Judge Brett Kavanaugh will likely have his confirmation hearing in the near future. The media has spent many news cycles and think pieces addressing hot-button topics including his views on Roe v. Wade, Obergefell v. Hodges, and investigations into the Executive Branch. These are all important issues, but for the sake of this blog, we care about how he will rule on labor- and employment-related matters.
The Supreme Court that Justice Kennedy is leaving is one that delivered two incredibly favorable decisions to employers in the 2018 season. The first was Epic Systems Corp. v. Lewis, which ruled that workers had to abide by arbitration agreements, and that such provisions did not violate the collective bargain rights of the National Labor Relations Act. The second was Janus v. AFSCME, which ruled that public-sector unions could not require fair share fees from workers who did not wish to join the union.
Although appointed by President Reagan, Justice Kennedy often reflected the swing vote on key issues, and joined decisions that did not align with his more conservative colleagues. He was in the majority for Epic and Janus, but he also wrote the majority decision in Obergefell v. Hodges. As Judge Kavanaugh has served on the D.C. Circuit since 2006, we have some window into how he decides cases. Judge Kavanaugh was also Justice Kennedy’s law clerk, and Politico reports that the Justice was comfortable stepping down knowing Judge Kavanaugh would be nominated to fill his spot. So with all that said, let’s dive into some of his cases.
The Chicago Tribune reported that Judge Kavanaugh was not a friend to working families or to employees who had suffered discrimination. The New York Times reported that shortly after President Trump made his announcement nominating Judge Kavanaugh, the White House circulated a memo to business leaders that touted the nominee’s pro-business rulings in his time on the bench. “Judge Kavanaugh protects American businesses from illegal job-killing regulations,” the memo reportedly said.
It is important to note, however, that Judge Kavanaugh’s pro-business stance is not a truth universally acknowledged. Robin Shea provides several examples of cases that Judge Kavanaugh ruled on that show a more nuanced justice.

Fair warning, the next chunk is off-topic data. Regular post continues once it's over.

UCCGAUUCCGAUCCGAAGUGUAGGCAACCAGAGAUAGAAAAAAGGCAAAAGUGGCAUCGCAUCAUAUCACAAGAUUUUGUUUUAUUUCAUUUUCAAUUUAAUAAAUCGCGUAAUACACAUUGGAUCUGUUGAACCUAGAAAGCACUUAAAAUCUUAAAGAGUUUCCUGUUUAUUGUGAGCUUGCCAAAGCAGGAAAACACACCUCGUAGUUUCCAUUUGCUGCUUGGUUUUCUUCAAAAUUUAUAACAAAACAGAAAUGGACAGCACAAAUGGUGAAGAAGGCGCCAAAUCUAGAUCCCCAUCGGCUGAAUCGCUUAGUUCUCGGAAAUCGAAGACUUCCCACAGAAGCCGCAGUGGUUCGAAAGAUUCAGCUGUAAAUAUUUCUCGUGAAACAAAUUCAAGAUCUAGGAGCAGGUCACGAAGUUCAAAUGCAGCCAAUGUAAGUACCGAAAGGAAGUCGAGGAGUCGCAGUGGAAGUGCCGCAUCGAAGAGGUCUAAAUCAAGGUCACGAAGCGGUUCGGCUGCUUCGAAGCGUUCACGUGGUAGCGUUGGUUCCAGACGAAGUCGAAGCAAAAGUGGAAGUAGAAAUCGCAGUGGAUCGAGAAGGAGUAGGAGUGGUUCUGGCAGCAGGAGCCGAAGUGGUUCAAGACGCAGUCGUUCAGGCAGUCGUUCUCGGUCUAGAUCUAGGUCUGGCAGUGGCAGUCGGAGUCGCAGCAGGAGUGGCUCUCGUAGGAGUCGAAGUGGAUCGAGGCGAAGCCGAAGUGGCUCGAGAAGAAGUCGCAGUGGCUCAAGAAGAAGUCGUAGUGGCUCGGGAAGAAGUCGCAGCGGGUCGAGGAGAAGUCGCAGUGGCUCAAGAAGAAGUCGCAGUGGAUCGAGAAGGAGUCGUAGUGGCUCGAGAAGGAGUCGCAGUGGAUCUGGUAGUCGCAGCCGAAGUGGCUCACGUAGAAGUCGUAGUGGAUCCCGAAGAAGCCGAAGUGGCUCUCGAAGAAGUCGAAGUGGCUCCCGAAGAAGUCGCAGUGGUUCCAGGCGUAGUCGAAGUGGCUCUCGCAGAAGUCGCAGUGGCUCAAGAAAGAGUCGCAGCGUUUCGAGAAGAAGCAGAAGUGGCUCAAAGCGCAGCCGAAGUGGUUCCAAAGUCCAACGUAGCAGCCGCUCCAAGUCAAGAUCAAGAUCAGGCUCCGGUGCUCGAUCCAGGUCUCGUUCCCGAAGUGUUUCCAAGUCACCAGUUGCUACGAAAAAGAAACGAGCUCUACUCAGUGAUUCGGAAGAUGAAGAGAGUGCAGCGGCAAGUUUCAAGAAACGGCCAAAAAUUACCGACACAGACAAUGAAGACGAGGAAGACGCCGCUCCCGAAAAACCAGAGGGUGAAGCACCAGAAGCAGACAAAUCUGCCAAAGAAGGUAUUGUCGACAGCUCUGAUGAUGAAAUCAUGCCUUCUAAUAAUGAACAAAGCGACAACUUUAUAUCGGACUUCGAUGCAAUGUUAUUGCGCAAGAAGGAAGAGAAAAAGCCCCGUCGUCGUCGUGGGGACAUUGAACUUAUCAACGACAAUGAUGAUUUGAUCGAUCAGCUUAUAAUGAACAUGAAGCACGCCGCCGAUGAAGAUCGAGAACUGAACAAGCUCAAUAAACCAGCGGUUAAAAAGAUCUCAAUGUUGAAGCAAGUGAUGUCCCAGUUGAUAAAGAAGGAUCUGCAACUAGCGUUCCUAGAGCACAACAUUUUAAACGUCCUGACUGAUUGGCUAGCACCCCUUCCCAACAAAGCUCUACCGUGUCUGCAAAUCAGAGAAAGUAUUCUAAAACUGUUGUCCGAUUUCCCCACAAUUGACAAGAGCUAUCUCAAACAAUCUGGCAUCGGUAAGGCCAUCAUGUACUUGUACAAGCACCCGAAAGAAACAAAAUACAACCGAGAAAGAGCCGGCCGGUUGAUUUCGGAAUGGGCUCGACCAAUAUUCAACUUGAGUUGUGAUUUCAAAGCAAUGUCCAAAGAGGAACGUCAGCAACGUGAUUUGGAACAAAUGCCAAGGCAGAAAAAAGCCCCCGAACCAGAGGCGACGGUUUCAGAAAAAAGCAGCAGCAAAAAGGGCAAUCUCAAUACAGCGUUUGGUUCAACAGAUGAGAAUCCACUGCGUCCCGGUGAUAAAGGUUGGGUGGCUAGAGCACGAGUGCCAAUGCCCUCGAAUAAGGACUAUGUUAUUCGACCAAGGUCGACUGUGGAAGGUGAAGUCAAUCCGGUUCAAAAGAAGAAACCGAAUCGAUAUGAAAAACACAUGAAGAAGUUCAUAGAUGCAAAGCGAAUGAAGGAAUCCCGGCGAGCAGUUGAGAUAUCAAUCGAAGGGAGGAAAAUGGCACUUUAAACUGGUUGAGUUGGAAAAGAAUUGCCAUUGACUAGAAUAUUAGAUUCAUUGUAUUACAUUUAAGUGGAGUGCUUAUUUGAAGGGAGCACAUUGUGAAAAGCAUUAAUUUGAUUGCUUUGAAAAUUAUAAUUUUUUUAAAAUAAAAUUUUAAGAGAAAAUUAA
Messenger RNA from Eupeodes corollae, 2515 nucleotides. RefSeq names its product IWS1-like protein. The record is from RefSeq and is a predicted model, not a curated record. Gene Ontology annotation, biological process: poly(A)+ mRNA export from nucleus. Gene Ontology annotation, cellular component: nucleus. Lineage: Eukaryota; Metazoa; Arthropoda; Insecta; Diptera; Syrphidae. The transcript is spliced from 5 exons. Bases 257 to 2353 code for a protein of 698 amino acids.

The case of Ayissi-Etoh v. Fannie Mae (2013) serves as an interesting example. The case was decided by a three-judge panel in the 9th Circuit (interestingly enough, the Chief Judge for the case was President Obama’s Supreme Court pick, Merrick Garland). Judge Kavanaugh wrote a separate concurrence to the opinion to “underscore an important point” about Ayissi-Etoh’s claim. He draws on Langston Hughes, Harper Lee, and the 4th Circuit Case Spriggs v. Diamond Auto Glass to emphasize his point that Ayissi-Etoh’s claim that he was called the “n-word” by his supervisor, “suffices by itself to establish a racially hostile work environment,” and that that is, “‘probably the most offensive word in English.’”
In Local 58 of the International Brotherhood of Electrical Workers v. NLRB (2018) he enforced the NLRB’s decision to deny the Detroit-based IBEW Local’s new policy. The policy in question required union members to come to the office in person with a photo ID and a written request to resign or end union dues payments.
On the other hand, he partially concurred and partially dissented on the case of Midwest Division-MMC, LLC v. NLRB (2017). He concurred with his peers that the employees in question did not have a right to a union representative when going through interviews with their nursing peer review committee, as the interviews were not investigations or disciplinary. But where the rest of the panel found that the employer should have given the union information regarding the interview process, Judge Kavanaugh felt that the need for confidentiality superseded the union’s need to be informed about a process that impacted its members but did not relate to discipline.
We should expect that whoever is confirmed to Justice Kennedy’s seat, he or she will face difficult questions on the cutting edge of labor and employment law, including issues impacting women’s rights in the workplace, the place of LGBTQ individuals under our federal anti-discrimination laws, and the duties of employers with regard to temporary workers and independent contractors. For the time being, the most we can do is speculate. But one thing should be emphasized: the U.S. Supreme Court is a venerable institution, which earnestly endeavors to reach just and lawful decisions. While any appointee merits careful scrutiny, it should be expected that any justice confirmed to fill Justice Kennedy’s seat will live up to the highest ideals of our judicial system.